|9th Premier of New Zealand|
6 July 1875 – 15 February 1876
|Preceded by||Julius Vogel|
|Succeeded by||Julius Vogel|
|Constituency||Legislative Council member|
|Born||2 June 1813|
Ringsend, Dublin, Ireland
|Died||18 May 1896(aged 82)|
|Spouse(s)||Jane Henderson (m. 1846)|
The son of Hugh Pollen, a dock master, Pollen was born in Ringsend, Dublin. Little is known about the early part of his life, but it is supposed that he grew up in Ireland and in the United States of America. However, his father was dock master of the Grand Canal Company at Ringsend in 1812, still held that office in 1832, and died in 1837 to be succeeded as dock master by Thomas Pollen. On some accounts, Pollen's father helped to build the United States Capitol.
A doctor, Pollen claimed to hold the MD degree, although where he graduated is not recorded. He travelled to New South Wales in the late 1830s, and moved to North Auckland in January 1840. He was a witness to the proceedings of the Treaty of Waitangi. He began his practice as a doctor in Parnell, Auckland, in 1841. In 1844 he was appointed as a coroner and held this post for four years.
On 18 May 1846, Pollen married Jane Henderson, the daughter of an officer of the Royal Navy (Lieutenant Essex, RN, of Demarara). He moved with her to Kawau Island in 1847, after becoming medical officer to a Scottish copper-mining company.
Entry into politics
Pollen spent several years on Kawau, during which time he began to contribute articles to The New Zealander supporting the agitation for responsible government. He was also to the fore in supporting temperance, scientific, and library movements there.
When the New Zealand Constitution Act 1852 became law, Pollen was made chief clerk in the Auckland Superintendent's office. From there, he rose through the ranks. Two years after his original appointment, he was appointed to the Executive Council, and in 1858 he was appointed Commissioner of Crown Lands for Auckland. In 1856 he was elected to the Auckland Provincial Council for the Suburbs of Auckland electorate, where he served until 1861. From 1862 to 1865, he represented the Auckland East electorate on the Council.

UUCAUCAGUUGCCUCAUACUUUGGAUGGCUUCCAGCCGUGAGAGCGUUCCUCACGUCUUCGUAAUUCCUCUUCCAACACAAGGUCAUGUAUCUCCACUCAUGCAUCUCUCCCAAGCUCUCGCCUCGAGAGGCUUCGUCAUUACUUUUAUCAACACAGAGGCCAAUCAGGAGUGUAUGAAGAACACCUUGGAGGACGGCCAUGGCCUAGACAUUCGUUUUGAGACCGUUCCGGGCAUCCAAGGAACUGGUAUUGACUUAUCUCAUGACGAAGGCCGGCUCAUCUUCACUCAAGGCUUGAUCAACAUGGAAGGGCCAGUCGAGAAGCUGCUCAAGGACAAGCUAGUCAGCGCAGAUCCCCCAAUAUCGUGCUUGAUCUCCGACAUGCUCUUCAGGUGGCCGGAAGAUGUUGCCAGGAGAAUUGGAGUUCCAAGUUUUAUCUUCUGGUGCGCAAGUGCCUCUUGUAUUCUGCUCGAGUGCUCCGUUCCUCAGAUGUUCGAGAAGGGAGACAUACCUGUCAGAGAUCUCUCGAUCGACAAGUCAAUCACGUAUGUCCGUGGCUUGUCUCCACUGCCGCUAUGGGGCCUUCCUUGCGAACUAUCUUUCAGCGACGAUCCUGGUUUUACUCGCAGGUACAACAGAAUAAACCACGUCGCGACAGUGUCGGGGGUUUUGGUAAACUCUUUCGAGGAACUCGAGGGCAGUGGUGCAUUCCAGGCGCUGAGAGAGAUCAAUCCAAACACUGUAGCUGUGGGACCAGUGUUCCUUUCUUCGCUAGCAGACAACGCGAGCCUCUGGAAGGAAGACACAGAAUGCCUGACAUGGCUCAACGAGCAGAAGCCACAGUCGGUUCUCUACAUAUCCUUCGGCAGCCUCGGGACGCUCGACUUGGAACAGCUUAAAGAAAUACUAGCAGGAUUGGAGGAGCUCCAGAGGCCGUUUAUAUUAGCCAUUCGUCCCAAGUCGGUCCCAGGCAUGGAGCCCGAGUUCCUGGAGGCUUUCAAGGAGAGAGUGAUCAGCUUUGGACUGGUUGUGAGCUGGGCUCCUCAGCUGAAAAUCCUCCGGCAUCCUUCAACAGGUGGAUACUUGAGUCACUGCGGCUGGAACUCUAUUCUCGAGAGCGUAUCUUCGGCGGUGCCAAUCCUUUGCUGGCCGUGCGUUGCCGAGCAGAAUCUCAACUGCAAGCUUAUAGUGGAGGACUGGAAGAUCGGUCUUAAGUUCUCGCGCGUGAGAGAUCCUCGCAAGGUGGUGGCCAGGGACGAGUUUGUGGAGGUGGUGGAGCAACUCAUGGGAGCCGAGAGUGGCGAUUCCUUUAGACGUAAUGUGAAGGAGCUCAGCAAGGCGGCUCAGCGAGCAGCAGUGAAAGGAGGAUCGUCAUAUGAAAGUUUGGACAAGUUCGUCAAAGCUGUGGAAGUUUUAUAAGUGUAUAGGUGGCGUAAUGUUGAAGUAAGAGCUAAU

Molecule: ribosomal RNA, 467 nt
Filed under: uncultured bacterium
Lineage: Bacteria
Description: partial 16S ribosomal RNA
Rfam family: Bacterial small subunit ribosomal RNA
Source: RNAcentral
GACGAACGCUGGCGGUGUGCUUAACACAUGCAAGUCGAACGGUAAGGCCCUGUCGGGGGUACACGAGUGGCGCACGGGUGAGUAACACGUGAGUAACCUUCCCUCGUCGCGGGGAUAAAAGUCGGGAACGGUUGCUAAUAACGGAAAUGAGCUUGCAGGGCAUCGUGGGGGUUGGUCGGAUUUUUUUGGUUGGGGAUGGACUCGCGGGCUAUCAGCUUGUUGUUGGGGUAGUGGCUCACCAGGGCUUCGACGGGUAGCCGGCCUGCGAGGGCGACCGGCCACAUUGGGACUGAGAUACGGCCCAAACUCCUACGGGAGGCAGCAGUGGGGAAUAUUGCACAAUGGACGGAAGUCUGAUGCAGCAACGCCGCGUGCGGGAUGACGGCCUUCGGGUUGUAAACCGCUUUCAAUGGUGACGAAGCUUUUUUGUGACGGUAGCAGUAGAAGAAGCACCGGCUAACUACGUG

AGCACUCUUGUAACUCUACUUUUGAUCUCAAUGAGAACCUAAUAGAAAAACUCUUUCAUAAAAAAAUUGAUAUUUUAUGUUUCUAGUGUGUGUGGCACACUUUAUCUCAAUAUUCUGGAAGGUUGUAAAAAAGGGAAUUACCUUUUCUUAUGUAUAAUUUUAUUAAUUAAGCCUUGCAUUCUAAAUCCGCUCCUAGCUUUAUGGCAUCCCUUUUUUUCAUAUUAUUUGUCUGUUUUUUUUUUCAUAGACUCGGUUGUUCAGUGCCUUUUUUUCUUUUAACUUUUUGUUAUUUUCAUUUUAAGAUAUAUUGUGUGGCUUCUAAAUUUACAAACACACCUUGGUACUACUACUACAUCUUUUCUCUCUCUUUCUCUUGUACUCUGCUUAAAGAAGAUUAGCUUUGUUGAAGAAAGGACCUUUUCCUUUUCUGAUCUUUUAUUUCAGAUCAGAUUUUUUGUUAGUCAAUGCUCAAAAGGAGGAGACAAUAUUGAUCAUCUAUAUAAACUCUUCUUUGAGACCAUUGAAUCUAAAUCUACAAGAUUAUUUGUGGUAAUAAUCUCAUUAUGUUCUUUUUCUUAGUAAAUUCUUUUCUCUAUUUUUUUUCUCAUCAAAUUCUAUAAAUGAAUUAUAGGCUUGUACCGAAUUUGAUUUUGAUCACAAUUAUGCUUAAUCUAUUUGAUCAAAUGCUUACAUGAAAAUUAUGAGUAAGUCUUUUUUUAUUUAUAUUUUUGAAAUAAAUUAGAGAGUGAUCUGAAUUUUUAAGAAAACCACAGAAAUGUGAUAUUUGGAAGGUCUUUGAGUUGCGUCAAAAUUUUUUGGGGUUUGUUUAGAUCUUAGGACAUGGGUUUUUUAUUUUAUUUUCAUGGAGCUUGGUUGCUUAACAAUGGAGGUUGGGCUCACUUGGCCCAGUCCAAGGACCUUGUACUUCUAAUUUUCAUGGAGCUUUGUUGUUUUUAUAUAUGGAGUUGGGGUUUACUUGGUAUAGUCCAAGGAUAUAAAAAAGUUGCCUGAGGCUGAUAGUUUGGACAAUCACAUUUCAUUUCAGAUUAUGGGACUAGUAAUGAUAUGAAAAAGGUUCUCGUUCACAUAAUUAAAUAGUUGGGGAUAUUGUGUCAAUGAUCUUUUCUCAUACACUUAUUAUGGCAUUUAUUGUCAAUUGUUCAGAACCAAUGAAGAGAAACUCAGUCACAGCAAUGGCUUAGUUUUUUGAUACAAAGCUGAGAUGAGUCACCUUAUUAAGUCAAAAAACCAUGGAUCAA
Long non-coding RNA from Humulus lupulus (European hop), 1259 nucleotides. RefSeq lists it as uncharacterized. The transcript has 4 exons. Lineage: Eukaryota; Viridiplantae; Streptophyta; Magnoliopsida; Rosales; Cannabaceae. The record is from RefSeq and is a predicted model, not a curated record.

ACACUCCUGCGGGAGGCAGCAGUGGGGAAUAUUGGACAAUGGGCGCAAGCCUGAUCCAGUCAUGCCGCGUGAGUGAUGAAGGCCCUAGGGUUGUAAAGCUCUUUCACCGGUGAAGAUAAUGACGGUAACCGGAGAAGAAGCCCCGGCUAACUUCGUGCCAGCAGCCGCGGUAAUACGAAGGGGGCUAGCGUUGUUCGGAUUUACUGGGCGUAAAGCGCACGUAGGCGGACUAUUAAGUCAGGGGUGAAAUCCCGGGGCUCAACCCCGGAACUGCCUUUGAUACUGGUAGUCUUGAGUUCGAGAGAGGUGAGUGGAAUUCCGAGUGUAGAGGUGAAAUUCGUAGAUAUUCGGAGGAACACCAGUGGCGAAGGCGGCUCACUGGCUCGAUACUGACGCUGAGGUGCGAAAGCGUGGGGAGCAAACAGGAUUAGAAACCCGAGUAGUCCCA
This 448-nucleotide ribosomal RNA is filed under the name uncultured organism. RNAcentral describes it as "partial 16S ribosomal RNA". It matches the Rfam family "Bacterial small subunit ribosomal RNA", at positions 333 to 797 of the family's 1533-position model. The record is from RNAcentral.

On 16 July 1861, he was appointed to the New Zealand Legislative Council. In 1862, he resigned as Commissioner of Crown Lands, and became the Deputy Superintendent of Auckland, where he served until the end of his second term. He resigned from the Legislative Council on 4 December 1867 to become agent for the Central Government at Auckland.
In 1870, Daniel Pollen held four positions - Receiver of Land Revenue, Commissioner of Confiscated Lands, Commissioner under the Native Land Act of 1870, and Immigration Officer.
Premier of New Zealand
The Vogel Ministry recalled him to the Legislative Council on 12 May 1873, where he became Colonial Secretary on 4 July 1873. He held this role until 13 October 1877 during various ministries. He became Premier on 6 July 1875 and led the Pollen Ministry until 15 February 1876. After he left this position, he was again appointed to the Legislative Council on 12 May 1873 and served for 23 years until his death on 18 May 1896.
- McLintock, A. H., ed. (22 April 2009) . "Pollen, Daniel (1813–96)". An Encyclopaedia of New Zealand. Ministry for Culture and Heritage/Te Manatū Taonga. Retrieved 20 January 2011.
- Alexander H. McLintock, An encyclopaedia of New Zealand, vol. 2 (1966), p. 814
- House of Commons papers, 1812, p. 181: "Hugh Pollen, examined and sworn. What office do you hold under the Grand Canal company ? – Dock-master."
- The Treble Almanack, 1832 p. 144: "Grand Canal Floating and Graving Docks... near Ringsend. Dock Master, Mr. Hugh Pollen, Ringsend."
- D. Ruth Delany, The Grand Canal of Ireland (David & Charles, 1973): "Hugh Pollen died in 1837 and was succeeded by Thomas Pollen, who proved very unsatisfactory..."
- L. K. Gluckman, Ann Gluckman, Mike Wagg, Touching on Deaths: a medical history of early Auckland (2000), p. 83: "DANIEL POLLEN (1813-1896) Pollen was born in Dublin although it is unknown whether he obtained his MD in Ireland or the USA. Similarly, it is uncertain when he reached New Zealand, but he signed the address of loyalty to Hobson at the Bay of Islands and witnessed the signing of the Treaty of Waitangi. He entered practice in Parnell, in Auckland in 1841."
- Alex Frame, Salmond: Southern Jurist (Victoria University Press, 1995), p. 146, note 43
- Scholefield 1950, p. 181.
- Scholefield 1950, p. 185.
- "The Southern Cross". Daily Southern Cross. XII (870). 30 October 1855. p. 2. Retrieved 11 April 2019.
- Scholefield 1950, p. 83.
- Scholefield 1950, p. 180.
- Scholefield 1950, pp. 33, 83.
- Scholefield 1950, pp. 35–36.
- Scholefield 1950, p. 35.
- "Obituary". The Star. 18 May 1896 – via Papers Past.
- "Obituary". The New Zealand Herald. 19 May 1896 – via Papers Past.
- "Obituary". "The Evening Post" in Papers Past. 18 May 1896.
- "Obituary". "The Auckland Star" in Papers Past. 18 May 1896.
|Wikimedia Commons has media related to Daniel Pollen.|
- Scholefield, Guy (1950) [First ed. published 1913]. New Zealand Parliamentary Record, 1840–1949 (3rd ed.). Wellington: Govt. Printer.
| Premier of New Zealand